Is there a boom? PensionBee investigates
Scotland’s elegant capital has apparently seen a property price surge recently. But is this the complete picture? And if you’re looking for a new home in Edinburgh, what’s the best way of going about it?
‘Property prices surge’
In July 2015, Zoopla figures showed an 8% rise in property values over a 12 month period. Commentators said that Edinburgh house price growth was ‘catching up with London’ and some attributed the apparent boom to Edinburgh’s status as a capital city and its recovery from the financial crash, as well as an increase in confidence after the 2014 Scottish referendum.
If you look over the longer term, Edinburgh prices seem to have been on an upward climb for a while: Home.co.uk’s asking price report shows that average asking prices have increased by 27% from October 2007 to February 2016. In comparison, Glasgow property prices have fallen by 3% over the same period.
Is this the full picture?
If you dig a bit deeper into the latest figures, things start looking a little more complex.
The latest house price report from the Edinburgh Solicitors Property Centre (ESPC) shows that supply certainly seems to have dropped: in the whole of east central Scotland, there’s been a 15% fall in the number of houses for sale compared with the same period last year.
The region as a whole has apparently experienced no change in property prices compared to last year, but when you look at Edinburgh city centre the increase in value is significant: an average price of £248,356 in November 2014 to January 2015, compared to £265,324 for November 2015 to January 2016.
But during the period up to January 2015, it’s likely there were more properties on the market than usual, as people rushed to get their homes sold before new tax rates became effective.
New property tax rules
Land and Buildings Transaction Tax (LBTT) came into force in Scotland in April 2015. Under this new legislation, there’s no tax to pay on property prices up to £145,000, but the amount payable on some more expensive houses increases: for example it’s 10% for properties sold for between £325,000 and £750,000.
The system is a bit like income tax in that you don’t pay the higher percentage on the whole value (as you did under the old ‘slab’ system of stamp duty), just on the property value that’s over the threshold. The BBC provides some handy examples of how this affects property prices in practice.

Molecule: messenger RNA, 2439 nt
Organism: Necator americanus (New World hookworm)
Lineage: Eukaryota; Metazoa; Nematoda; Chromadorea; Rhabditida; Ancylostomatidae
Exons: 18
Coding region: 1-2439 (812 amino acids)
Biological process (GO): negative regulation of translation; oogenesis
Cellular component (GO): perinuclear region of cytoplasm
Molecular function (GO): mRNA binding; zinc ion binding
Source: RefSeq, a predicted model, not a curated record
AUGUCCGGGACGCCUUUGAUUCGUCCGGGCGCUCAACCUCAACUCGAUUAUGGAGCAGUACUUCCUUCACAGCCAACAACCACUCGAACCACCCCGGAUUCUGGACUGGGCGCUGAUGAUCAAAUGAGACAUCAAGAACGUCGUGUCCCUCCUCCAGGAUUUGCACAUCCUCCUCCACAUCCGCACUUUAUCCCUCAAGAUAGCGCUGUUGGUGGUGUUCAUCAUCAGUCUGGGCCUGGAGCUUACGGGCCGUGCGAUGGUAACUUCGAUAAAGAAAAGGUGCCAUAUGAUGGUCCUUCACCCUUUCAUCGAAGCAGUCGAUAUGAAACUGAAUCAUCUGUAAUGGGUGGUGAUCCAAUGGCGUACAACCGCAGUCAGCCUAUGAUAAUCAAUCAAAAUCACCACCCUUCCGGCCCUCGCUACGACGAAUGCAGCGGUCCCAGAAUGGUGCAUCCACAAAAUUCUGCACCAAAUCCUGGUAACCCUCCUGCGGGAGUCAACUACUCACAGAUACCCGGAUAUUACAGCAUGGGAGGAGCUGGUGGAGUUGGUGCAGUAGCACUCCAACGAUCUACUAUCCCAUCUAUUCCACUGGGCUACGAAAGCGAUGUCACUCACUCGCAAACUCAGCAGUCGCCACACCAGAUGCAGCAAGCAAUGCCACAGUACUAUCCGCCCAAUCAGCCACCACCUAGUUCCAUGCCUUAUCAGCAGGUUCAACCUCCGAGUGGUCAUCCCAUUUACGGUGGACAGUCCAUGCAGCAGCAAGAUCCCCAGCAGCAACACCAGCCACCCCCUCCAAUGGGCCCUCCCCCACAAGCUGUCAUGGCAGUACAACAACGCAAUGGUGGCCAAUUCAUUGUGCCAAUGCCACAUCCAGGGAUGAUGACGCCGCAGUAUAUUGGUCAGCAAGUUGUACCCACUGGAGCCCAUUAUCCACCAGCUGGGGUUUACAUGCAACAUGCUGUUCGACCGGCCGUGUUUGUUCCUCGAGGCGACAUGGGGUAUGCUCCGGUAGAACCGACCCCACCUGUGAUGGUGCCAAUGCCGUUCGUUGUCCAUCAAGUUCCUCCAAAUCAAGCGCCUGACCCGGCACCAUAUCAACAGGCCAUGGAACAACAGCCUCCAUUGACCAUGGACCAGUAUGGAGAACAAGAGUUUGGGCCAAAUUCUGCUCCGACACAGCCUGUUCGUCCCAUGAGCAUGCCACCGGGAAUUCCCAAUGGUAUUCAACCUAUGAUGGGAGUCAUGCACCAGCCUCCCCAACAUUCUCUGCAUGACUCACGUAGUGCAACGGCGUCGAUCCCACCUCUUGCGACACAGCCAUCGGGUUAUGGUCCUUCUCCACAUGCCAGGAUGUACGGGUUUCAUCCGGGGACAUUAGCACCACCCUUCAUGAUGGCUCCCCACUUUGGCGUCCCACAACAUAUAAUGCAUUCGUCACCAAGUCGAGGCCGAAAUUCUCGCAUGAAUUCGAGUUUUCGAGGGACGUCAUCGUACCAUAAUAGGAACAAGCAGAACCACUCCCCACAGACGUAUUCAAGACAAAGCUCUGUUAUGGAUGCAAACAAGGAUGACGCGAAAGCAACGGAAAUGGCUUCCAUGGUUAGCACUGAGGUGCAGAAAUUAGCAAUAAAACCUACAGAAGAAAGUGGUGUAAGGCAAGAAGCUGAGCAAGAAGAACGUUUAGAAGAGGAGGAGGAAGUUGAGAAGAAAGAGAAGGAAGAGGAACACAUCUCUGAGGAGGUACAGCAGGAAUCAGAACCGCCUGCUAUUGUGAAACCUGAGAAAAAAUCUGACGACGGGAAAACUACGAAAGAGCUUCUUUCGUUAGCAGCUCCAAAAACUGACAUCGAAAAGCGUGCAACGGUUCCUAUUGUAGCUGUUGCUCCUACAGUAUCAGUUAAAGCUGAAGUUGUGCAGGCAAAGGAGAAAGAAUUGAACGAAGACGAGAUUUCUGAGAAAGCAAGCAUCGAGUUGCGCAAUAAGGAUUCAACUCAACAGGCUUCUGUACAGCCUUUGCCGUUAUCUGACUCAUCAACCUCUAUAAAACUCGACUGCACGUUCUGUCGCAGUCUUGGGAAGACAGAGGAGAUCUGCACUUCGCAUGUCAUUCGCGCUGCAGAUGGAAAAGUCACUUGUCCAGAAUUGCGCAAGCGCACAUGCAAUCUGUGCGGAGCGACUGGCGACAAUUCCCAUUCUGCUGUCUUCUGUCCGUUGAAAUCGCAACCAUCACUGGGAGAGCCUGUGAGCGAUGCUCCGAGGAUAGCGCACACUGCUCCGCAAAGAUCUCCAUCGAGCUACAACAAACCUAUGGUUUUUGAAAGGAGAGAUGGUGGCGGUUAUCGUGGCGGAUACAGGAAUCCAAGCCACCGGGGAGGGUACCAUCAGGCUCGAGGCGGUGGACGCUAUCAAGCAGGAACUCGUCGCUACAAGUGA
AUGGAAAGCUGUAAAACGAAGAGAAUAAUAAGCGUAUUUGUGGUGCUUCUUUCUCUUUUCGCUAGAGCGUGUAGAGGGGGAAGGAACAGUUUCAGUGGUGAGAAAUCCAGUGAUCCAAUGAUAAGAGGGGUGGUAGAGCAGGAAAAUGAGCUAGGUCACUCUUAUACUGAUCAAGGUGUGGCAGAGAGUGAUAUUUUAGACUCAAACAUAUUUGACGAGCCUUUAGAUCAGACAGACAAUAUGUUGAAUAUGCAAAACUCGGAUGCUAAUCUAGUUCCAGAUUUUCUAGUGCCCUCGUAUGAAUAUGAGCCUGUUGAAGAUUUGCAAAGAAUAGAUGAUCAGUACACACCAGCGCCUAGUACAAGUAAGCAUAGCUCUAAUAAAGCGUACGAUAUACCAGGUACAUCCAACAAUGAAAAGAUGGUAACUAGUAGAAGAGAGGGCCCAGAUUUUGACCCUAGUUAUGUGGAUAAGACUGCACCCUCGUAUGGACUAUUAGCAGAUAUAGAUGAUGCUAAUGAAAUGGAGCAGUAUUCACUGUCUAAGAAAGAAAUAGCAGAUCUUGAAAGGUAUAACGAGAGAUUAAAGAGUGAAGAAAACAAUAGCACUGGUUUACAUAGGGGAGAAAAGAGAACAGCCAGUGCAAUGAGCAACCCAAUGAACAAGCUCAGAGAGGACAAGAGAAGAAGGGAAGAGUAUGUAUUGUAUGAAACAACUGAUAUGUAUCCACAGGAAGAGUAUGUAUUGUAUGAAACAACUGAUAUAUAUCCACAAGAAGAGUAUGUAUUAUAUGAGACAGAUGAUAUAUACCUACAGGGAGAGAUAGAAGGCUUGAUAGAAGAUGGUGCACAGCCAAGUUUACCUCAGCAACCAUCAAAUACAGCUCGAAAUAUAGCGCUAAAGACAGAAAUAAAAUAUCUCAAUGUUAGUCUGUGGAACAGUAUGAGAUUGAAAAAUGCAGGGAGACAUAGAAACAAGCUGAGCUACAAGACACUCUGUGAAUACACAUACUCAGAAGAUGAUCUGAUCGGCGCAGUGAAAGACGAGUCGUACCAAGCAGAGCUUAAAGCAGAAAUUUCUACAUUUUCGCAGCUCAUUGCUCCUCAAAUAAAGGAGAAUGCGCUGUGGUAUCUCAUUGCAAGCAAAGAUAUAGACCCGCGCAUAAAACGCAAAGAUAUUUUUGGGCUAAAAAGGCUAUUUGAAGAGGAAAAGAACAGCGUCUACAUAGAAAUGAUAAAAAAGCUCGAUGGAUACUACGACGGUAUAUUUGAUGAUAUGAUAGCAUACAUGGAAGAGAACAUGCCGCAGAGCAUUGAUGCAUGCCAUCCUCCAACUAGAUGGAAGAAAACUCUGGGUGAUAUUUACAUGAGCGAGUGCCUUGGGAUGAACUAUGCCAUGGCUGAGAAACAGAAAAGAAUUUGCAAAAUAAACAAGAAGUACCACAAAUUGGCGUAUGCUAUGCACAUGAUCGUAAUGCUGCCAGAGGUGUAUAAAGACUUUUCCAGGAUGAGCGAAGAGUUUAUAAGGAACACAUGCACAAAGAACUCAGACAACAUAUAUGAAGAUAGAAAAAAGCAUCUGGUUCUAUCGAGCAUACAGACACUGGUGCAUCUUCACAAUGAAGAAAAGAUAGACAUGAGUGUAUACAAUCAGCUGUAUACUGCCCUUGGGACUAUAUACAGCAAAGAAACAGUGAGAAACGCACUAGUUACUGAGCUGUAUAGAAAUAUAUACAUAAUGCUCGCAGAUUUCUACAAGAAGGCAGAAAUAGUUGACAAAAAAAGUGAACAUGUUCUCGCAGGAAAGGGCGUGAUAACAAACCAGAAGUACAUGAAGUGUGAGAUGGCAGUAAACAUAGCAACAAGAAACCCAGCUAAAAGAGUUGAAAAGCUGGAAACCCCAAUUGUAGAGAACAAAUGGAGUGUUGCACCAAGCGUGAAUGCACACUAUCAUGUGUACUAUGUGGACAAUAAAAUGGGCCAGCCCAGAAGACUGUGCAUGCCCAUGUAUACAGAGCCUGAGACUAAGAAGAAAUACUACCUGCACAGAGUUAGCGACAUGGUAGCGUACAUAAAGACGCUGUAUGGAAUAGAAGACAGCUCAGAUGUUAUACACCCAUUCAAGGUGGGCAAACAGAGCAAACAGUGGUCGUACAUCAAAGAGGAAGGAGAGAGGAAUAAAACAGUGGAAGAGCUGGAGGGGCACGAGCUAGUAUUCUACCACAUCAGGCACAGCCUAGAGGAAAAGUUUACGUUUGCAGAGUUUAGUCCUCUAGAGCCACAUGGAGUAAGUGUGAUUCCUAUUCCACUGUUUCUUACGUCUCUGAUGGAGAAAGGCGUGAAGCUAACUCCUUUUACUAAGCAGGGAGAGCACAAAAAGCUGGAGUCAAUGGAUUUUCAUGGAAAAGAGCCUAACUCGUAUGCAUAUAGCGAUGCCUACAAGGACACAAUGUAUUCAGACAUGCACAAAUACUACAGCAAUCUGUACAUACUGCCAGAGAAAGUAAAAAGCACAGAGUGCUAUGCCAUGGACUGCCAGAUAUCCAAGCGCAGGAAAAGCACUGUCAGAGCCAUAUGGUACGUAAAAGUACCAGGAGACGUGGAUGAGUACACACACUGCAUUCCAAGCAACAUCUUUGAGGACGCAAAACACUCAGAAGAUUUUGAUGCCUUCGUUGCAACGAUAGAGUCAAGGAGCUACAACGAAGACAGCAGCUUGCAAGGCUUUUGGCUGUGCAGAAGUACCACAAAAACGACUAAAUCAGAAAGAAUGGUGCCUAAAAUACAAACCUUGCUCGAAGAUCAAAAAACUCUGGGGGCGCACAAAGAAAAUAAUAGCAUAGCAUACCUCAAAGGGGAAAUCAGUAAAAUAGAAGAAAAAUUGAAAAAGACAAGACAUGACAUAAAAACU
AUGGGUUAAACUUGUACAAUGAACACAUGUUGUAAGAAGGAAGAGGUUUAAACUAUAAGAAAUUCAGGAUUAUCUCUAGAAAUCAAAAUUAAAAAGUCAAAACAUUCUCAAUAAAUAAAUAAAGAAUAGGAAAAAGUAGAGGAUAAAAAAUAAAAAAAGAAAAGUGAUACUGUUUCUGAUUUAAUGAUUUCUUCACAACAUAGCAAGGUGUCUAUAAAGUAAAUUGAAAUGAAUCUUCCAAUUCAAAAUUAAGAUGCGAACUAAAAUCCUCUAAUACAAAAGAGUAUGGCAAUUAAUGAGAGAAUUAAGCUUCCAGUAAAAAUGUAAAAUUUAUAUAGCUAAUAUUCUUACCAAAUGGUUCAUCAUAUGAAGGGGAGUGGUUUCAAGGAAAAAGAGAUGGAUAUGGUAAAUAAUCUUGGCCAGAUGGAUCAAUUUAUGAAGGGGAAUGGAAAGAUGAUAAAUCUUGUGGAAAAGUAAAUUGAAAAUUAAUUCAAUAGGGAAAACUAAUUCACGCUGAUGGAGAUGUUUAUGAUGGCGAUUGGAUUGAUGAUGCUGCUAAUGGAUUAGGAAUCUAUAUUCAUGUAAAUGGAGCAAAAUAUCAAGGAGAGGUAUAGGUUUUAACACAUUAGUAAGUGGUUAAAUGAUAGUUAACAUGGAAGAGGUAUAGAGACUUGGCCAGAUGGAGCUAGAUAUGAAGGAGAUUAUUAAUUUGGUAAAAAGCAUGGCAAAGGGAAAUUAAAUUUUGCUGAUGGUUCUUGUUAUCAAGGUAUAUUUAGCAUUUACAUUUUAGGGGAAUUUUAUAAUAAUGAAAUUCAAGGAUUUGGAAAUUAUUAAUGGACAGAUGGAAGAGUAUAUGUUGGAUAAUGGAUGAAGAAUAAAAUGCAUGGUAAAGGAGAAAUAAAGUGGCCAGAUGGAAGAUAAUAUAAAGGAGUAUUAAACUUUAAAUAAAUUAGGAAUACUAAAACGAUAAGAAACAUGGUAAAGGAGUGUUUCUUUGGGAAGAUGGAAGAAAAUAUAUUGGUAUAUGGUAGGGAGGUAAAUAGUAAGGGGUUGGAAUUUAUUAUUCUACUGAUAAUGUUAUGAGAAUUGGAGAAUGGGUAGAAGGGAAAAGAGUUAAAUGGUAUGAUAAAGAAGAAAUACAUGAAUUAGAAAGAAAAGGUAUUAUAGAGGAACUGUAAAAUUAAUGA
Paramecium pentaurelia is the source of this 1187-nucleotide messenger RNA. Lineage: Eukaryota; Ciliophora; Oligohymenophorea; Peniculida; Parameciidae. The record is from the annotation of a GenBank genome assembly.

This new tax system could explain why in March 2015 property prices in Edinburgh peaked, and in the summer the papers buzzed with news of the property boom. It could also explain why the supply in the last few months looks depressed compared to the same period last year.
So it may not be as simple as a recent big ‘boom’, but it’s safe to say that property in Edinburgh is expensive, and probably getting more so. If you’re trying to buy in the city, here are some tips.
Tips for buying in Edinburgh
If property prices seem out of your reach, see if you’re eligible for help from the Scottish government, including shared equity and shared ownership schemes.
It’s currently quite common for properties in popular areas to sell for well above their guide price, so when you’re house hunting you may need to look for homes that are on the market for less than your maximum spend. Ask estate agents for guidance and check ‘sold prices’ on Zoopla.
The market’s moving quickly, so don’t wait until you see a property you like to contact the estate agent: ring round the local agents as soon as you start looking and tell them your budget and what you want, so they can contact you if anything comes up.
Download the Rightmove and Zoopla apps for property hunting on-the-go, and set up property alerts so you’ll get emails when something comes on the market that fits your search terms.
All the signs show that Edinburgh is a good place to get a healthy return, so consider buying a reasonably priced ‘fixer upper’ and you may make money when you come to sell.
If you’re not from Edinburgh, check forums and speak to locals about areas that are reasonably priced but pleasant to live. Make sure you explore an area at different times of day so that you can get a good feel for what it would be like to live there.